When kids experience the fight, flight or freeze reaction, they can’t just shut it off. It takes time to recover, sometimes as much as an hour or two.  The amount of control they have varies from student to student, but as teachers we must realize they need to feel safe again.  Until they feel safe and calm down, learning is not going to take place.

How to do this varies with the student.  We need to remove the threat as much as possible.  After the threat us removed, deep breathing helps. Physical movement/exercise helps.  In one of an associated teacher’s classrooms a normally progressing kindergartener had his father put in jail and his sister commit suicide in the same month.  The student’s learning stopped.  Two months later he was still on the same letter and he hadn’t added one letter more even though he was in school every day.  Since physical movement and exercise has an amazing ability to reduce the effects of stress, we talked and this teacher decided to have an aid teach letters to this student on the basketball court.  Letters went on the floor and shots we’re made from the various letters.  Learning started again immediately.  While we can’t know for sure that this was the change that made the difference, we know for certain from research that exercise and movement reduce stress.

I hope that you can see how important it is that your classroom be an appropriately challenging environment (this makes the brain work better) which is free from emotional and physical danger.  As you also know each student is different and we need to be aware that their stress reaction can be more or less sensitive than other students.  These variations can be challenging.  However I trust that you can understand how something as simple as a morning routine that is consistent, doable, and enjoyable can be the type of activity which works to lower stress and increase learning.  The same can be said for regular movement activities throughout your instructional day.  If you are at one of those mixed up schools that has gotten rid of recess, make it happen whenever, wherever, and however you can.  Then be aware that individual students may need a customized approach to help them handle their stress reaction.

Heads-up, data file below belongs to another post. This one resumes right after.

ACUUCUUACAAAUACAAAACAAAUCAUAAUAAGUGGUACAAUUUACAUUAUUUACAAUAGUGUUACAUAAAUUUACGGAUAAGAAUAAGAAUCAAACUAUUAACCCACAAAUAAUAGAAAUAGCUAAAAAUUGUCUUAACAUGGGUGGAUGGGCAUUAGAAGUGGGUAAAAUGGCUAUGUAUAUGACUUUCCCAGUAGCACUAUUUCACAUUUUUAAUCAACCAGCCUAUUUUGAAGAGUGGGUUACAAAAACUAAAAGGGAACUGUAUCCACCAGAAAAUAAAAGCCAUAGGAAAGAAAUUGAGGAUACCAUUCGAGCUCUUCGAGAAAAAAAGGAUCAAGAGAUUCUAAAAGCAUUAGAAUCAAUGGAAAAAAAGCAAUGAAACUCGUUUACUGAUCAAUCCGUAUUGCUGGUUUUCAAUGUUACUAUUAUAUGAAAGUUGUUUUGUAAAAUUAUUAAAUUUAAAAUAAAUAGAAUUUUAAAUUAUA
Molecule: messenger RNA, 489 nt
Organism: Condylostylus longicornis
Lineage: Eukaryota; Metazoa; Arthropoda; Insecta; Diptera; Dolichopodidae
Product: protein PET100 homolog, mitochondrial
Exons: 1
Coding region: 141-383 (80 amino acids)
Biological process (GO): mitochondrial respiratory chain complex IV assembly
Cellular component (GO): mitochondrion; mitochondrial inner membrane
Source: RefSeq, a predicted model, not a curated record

Rick Doughty is a parent of three young adults and the Vice President of Administrative Services at Mt. Hood Community College in Gresham, Oregon. His wife Sally is a second grade teacher at a Title I school in Beaverton, Oregon. Rick is a Certified Trainer in brain-based learning through the Jenson Learning Corporation and has a master’s degree in communication studies. His passion is helping to make complex material and ideas useful and understandable. This passion is reflected in his book Fulfilled Kids, Fulfilled Parents which takes principles from neuroscience and helps us put them to use in parenting.